The PHPUnit development team is pleased to announce the immediate availability of PHPUnit 11. This release adds new features, modifies and removes existing functionality, and fixes bugs.
A detailed list of changes can be found here. The most significant changes are discussed below.
No, you do not.
Just because PHPUnit 11 has been released today does not mean that PHPUnit 9 or PHPUnit 10 will no longer work. While old versions of PHPUnit will eventually stop receiving bug fixes, we will keep them compatible with new versions of PHP for as long as possible.
We sincerely hope that you do not use the Death Star Version Constraint and therefore do not automatically and unintentionally upgrade to a new major version of PHPUnit.
Upgrading a dependency to a new major release must be a conscious decision that is part of a defined process. This process should include, at a minimum, reading an announcement like this and the ChangeLog.
PHPUnit 11 requires PHP 8.2 or later. If you are not using PHP 8.2 or PHP 8.3, you will not be able to use PHPUnit 11 right away.
Need more reasons to upgrade your PHP?
The only actively supported versions of PHP as of February 2, 2024 are PHP 8.2 and PHP 8.3.
We are confident that PHPUnit 11 works as intended, but in some respects it works differently than previous versions. For example, functionality that was only soft-deprecated in PHPUnit 10 is now hard-deprecated in PHPUnit 11. And functionality that was hard-deprecated in PHPUnit 10 has been removed in PHPUnit 11.
You should not even try to upgrade to PHPUnit 11 if you cannot run your test suite using PHPUnit 10.5 without getting deprecation warnings.
If the above does not put you off, then please: go ahead and upgrade! And should you encounter a problem, please report it.
It has taken Sebastian Bergmann thousands of hours to develop, test, and support PHPUnit.
We are cleaning up PHPUnit's functionality for programmatically creating test stubs and mock objects. We are doing this primarily to make working with test doubles easier and less confusing for developers using PHPUnit. But we are also doing this to reduce complexity in the implementation by removing features that are not as necessary as they were a decade or two ago (as well as features that probably should never have been implemented in the first place).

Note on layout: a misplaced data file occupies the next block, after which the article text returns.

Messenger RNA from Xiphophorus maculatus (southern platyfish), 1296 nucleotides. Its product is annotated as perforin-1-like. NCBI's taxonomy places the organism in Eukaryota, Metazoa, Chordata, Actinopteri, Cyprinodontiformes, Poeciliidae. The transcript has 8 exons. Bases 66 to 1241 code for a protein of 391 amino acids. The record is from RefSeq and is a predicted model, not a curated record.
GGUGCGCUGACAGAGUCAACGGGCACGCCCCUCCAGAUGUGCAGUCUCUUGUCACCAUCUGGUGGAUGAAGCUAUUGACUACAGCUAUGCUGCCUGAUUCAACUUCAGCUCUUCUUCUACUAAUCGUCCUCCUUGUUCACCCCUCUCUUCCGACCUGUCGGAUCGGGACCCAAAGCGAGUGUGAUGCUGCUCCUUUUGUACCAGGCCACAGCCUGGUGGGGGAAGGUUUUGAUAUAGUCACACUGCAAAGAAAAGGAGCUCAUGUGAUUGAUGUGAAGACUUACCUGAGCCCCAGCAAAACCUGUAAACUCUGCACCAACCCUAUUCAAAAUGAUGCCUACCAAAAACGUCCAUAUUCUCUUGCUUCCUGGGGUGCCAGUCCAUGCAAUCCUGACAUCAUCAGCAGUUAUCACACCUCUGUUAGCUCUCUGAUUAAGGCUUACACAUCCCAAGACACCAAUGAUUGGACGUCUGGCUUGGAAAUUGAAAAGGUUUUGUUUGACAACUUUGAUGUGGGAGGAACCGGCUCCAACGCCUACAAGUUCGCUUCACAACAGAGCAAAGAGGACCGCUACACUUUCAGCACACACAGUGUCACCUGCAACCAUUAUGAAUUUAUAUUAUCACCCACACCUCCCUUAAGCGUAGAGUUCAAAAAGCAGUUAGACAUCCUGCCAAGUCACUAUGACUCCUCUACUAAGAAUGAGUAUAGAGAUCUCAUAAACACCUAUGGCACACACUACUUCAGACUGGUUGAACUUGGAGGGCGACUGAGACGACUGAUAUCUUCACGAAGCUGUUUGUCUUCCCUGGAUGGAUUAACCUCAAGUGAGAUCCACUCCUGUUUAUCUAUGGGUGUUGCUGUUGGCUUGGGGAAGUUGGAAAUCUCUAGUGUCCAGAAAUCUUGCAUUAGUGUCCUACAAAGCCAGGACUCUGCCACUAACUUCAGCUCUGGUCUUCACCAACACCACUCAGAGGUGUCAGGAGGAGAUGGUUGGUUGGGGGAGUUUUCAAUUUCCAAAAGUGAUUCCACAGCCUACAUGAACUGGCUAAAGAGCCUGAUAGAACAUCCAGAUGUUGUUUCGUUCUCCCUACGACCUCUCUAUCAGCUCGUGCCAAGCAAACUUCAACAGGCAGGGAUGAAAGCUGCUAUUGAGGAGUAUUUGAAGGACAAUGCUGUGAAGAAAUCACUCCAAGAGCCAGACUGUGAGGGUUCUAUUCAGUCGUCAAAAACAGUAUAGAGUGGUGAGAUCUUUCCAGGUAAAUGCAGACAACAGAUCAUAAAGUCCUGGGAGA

The methods for creating mock objects for abstract classes and traits were already soft-deprecated in PHPUnit 10, they are now hard-deprecated and will be removed in PHPUnit 12. Testing concrete classes in isolation from their abstract base classes (and vice versa) as well as testing traits in isolation from the classes that use them has not proven to be useful.
Several releases ago, we introduced special methods, such as
for creating test stubs and mock objects, respectively. These methods allow developers to make their
intentions clear in the test code they write. Need a test stub to isolate the code under test from a
createStub() to create a test stub. Need to test communication between
two objects? Use
createMock() to create a mock object.
Configuring expectations on an object created with
createStub() will trigger a deprecation
warning in PHPUnit 11 and will not work in
This presentation has more details on when test stubs and mock objects should be used.
PHPUnit 10 introduced support for PHP 8 attributes to add metadata to test classes and test methods. Previously, annotations in special PHP comments called "docblocks" or "doc-comments" were the only way to add metadata to units of code.
In PHPUnit 11, the annotations that can be used in special PHP comments to add metadata to test classes and test methods are deprecated. Support for these annotations will be removed in PHPUnit 12.
We distribute a PHP Archive (PHAR) that contains everything you need in order to use PHPUnit. Alternatively, you may use Composer to download and install PHPUnit as well as its dependencies.
Detailed information on supported versions of PHPUnit is available here. Below is a summary as of February 2, 2024:
The versions listed above will be kept compatible with new PHP versions as long as possible.
Here is the roadmap for the next year:
Consider following @[email protected] to stay up to date with PHPUnit's development.